RealD Inc RLD
February 05, 2015 - 9:27pm EST by
2015 2016
Price: 11.31 EPS 0 0
Shares Out. (in M): 50 P/E 0 0
Market Cap (in $M): 566 P/FCF 17.0 9.3
Net Debt (in $M): -32 EBIT 0 0
TEV ($): 534 TEV/EBIT 0 0

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  • High Barriers to Entry, Moat
  • Recurring Revenues
  • Activism
  • Movies
  • Failed Acquisition
  • Potential Acquisition Target
  • Potential Buybacks
  • Royalties



I post this at the risk of looking stupid after what I expect will be a poor earnings report on Monday, but I believe at current prices RLD has an outstanding risk/reward ratio with multiple potential positive catalysts over the next 12 months. If the stock takes a hit due to poor near-term results, all the better. RLD enjoys a favorable position in the worldwide motion picture exhibition market with significant barriers to entry and high margin recurring royalty revenue. The opportunity to invest in RLD at a favorable valuation exists because RLD’s business exhibits significant volatility driven by the popularity of the film slate for 3D viewing, and the 3D box office currently is in a trough of poor results that will cap off a three-year period where EBITDA declined by more than half. Additionally, the company failed to respond to a $12.00 acquisition offer made by activist investor Starboard Value, leading arbs and event-driven investors to sell against a temporarily weak fundamental backdrop. However, I believe that the activist pressure on RealD will only increase, which combined with an improving film slate and announced cost cuts should lead to rapid growth in FY ‘16 and FY ‘17 EBITDA (RLD has a March fiscal year end). If things play out as I expect the stock has the potential to double or more over the next one to three years.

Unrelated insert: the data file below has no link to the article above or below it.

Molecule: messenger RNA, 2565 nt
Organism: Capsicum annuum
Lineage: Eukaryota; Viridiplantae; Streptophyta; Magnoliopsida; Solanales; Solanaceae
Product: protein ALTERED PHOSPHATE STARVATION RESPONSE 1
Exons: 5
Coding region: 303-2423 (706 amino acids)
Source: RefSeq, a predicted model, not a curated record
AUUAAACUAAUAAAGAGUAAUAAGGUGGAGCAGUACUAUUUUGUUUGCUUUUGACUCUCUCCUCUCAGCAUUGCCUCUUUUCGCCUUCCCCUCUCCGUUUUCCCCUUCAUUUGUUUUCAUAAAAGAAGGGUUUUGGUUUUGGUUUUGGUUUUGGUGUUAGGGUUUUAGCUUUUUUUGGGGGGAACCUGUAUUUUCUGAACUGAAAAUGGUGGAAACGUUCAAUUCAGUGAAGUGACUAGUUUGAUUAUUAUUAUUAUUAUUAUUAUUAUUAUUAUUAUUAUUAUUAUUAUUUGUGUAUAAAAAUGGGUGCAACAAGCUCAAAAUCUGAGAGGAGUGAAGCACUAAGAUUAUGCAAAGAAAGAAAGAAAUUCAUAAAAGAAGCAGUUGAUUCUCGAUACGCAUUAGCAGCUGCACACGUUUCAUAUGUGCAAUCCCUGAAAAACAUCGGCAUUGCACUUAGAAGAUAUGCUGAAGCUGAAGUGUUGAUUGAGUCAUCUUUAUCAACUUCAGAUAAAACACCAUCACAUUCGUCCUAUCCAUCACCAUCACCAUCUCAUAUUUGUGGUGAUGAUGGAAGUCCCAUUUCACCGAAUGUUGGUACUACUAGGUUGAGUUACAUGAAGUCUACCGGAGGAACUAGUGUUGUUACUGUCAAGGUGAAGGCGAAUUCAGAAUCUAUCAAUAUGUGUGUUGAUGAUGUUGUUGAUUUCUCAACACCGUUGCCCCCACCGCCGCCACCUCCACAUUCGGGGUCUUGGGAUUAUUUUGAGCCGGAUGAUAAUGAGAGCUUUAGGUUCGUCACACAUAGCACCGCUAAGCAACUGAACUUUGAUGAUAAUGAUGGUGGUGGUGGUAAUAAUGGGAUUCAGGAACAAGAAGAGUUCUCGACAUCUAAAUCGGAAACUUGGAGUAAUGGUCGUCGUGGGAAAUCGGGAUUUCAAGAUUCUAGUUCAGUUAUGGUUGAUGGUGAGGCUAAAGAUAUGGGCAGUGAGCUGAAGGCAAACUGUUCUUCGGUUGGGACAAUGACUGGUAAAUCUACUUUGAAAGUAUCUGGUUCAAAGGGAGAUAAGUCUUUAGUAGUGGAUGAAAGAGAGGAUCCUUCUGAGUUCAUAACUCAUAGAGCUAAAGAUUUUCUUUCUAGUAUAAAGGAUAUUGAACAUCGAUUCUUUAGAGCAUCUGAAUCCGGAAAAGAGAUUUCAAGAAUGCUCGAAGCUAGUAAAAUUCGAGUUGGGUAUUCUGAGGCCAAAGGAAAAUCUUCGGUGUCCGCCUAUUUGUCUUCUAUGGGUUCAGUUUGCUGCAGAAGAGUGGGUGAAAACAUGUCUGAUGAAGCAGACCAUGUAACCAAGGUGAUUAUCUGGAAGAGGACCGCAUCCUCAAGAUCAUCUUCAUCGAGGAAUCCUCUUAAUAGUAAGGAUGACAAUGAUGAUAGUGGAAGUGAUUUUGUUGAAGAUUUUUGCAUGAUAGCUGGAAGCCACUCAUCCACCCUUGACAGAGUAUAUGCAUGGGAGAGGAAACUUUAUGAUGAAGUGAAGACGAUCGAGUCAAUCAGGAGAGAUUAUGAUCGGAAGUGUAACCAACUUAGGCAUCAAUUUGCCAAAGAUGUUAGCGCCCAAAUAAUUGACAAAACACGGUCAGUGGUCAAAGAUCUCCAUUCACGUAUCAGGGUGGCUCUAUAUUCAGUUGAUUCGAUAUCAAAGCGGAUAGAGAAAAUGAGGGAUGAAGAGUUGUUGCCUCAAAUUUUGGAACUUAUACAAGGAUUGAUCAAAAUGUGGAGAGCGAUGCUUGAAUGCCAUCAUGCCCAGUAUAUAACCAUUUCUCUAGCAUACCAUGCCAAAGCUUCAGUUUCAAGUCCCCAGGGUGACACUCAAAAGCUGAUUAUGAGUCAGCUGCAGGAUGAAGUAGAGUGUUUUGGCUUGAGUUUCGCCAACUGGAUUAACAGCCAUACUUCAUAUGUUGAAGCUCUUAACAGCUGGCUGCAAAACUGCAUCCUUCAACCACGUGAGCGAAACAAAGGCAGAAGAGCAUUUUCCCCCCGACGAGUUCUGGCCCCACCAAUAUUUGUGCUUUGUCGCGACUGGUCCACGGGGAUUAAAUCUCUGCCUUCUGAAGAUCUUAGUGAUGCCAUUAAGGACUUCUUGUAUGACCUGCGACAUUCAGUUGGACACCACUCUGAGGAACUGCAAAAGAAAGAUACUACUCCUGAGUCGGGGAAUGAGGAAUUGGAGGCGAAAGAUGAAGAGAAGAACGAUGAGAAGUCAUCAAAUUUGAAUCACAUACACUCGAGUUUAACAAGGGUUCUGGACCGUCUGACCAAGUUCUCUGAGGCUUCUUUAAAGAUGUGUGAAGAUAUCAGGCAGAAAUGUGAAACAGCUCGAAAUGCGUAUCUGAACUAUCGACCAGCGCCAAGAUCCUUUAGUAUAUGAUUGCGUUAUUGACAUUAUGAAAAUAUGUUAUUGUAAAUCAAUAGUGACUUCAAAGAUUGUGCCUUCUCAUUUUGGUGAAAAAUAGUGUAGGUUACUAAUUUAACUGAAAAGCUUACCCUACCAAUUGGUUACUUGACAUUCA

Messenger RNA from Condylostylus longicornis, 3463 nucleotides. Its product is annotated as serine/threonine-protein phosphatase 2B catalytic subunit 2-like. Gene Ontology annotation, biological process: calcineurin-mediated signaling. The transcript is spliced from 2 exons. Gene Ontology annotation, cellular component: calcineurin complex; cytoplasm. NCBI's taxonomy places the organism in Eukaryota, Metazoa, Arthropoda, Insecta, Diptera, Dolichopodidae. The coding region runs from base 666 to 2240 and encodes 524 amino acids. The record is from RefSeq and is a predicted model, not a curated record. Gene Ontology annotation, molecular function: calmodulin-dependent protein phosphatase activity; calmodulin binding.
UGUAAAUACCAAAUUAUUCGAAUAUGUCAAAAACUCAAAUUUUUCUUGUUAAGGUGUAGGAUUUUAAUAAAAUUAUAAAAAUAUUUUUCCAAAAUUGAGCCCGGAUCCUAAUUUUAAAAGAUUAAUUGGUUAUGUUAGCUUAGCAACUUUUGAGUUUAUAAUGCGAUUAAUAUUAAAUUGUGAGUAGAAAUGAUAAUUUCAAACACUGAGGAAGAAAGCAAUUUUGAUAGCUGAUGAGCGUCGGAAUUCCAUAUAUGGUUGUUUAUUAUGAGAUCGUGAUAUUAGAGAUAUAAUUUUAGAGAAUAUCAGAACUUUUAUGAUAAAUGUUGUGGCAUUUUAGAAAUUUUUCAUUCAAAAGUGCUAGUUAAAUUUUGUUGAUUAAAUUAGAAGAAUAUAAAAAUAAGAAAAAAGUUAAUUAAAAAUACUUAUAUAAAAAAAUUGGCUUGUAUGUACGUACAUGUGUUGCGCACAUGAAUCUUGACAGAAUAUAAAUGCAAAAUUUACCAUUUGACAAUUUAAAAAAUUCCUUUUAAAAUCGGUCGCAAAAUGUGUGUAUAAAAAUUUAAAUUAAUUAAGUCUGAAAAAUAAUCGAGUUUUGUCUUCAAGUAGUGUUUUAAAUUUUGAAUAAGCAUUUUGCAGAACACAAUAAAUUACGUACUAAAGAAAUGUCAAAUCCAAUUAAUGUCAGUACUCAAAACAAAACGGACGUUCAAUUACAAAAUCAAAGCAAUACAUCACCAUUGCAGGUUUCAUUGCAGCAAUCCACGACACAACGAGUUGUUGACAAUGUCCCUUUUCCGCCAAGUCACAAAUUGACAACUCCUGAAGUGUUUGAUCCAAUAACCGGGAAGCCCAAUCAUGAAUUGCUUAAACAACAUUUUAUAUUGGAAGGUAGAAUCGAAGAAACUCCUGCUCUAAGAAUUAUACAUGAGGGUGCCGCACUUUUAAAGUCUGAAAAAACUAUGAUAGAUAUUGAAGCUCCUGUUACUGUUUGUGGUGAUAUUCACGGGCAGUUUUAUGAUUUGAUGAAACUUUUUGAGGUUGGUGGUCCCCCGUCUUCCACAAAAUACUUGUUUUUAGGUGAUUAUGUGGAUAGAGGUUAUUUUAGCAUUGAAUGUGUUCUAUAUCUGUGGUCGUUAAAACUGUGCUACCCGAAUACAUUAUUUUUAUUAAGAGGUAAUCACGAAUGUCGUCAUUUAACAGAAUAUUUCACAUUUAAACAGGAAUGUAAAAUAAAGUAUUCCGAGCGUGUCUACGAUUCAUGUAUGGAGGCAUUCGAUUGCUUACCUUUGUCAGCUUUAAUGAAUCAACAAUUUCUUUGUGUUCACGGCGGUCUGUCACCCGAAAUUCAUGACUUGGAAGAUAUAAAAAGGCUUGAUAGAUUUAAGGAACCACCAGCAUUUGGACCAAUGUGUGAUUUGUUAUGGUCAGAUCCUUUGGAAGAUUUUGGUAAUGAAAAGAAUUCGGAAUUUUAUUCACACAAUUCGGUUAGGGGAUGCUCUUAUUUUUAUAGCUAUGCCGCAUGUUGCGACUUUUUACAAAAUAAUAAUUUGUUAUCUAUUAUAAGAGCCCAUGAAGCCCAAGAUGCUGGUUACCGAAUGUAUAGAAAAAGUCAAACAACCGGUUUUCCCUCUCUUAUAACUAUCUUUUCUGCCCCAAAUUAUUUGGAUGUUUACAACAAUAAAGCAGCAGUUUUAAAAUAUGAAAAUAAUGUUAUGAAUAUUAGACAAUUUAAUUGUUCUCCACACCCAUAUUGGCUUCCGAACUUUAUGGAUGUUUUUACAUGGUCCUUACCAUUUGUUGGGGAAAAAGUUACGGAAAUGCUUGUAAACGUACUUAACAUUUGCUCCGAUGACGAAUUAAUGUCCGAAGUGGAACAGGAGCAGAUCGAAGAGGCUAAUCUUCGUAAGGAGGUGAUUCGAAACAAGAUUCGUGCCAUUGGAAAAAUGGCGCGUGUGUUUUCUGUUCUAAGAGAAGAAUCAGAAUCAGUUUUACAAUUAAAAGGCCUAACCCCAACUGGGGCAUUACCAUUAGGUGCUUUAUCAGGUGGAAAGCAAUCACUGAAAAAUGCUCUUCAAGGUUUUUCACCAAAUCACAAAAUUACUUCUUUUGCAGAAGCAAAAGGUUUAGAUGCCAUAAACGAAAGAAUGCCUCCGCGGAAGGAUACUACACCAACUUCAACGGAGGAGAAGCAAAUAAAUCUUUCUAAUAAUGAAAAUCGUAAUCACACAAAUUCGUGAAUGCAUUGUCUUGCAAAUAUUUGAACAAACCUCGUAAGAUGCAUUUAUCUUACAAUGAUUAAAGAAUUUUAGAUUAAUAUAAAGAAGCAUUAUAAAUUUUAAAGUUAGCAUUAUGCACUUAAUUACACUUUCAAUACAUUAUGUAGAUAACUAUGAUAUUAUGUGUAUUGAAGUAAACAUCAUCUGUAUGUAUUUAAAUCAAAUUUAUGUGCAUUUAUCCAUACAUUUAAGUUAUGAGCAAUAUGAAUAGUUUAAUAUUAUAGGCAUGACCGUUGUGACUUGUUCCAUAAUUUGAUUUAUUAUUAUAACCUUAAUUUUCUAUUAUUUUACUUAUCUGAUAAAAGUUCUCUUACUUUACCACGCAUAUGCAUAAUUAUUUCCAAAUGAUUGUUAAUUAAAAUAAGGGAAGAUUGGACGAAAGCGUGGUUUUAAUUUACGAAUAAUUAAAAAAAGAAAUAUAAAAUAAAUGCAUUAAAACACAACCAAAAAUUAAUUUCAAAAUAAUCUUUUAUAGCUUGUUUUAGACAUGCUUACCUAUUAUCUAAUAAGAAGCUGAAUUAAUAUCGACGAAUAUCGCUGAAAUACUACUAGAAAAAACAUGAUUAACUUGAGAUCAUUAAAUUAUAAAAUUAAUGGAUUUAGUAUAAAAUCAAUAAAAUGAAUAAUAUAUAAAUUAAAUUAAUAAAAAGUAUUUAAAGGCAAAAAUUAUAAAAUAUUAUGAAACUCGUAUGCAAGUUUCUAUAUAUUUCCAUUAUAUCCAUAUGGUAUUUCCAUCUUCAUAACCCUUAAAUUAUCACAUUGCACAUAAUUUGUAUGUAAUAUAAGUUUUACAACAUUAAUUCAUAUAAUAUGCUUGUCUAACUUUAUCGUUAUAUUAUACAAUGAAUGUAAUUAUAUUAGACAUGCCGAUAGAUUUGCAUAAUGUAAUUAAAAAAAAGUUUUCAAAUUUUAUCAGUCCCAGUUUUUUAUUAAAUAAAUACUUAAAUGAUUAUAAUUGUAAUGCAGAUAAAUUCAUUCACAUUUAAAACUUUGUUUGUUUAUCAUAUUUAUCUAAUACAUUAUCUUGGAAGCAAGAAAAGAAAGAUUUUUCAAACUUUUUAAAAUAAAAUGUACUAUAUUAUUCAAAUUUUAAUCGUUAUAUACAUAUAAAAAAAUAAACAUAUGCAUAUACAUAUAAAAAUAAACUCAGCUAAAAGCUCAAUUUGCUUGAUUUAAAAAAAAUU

Business Description

RealD’s primary business enables 3D movie viewing in theaters. The company provides a module (known as a “Cinema System”) that attaches to the theater’s projection equipment to show 3D enabled content. Theater operators tend to avoid capital expenditures, so RealD typically provides the Cinema System and screen free of charge to the theater operator in return for a multi-year agreement to pay RealD royalties on the 3D box office. In a typical U.S. theater, the up-charge for 3D is around $3.00 which is equally split between the movie studio and the theater operator, who in turn pays RealD half of its net 3D upcharge or $0.75 in this example. RealD also provides the 3D glasses, which are subsidized by the movie studios. RealD says that it tries to operate the glasses business at breakeven, and although it has done somewhat better in recent quarters, the engine of economic value is the royalty on the 3D box office. The royalty tends to work out to somewhere between 4.5% to 6.0% of the global box office on RealD-enabled screens (largely depending on the quarterly contribution of China which does not report box office in the total, i.e. China royalties are in the royalty numerator and not the 3D box office denominator). Obviously, the 3D royalties are virtually 100% incremental margin and the company’s performance can move around a lot on a quarterly basis depending on the success of the 3D movie slate.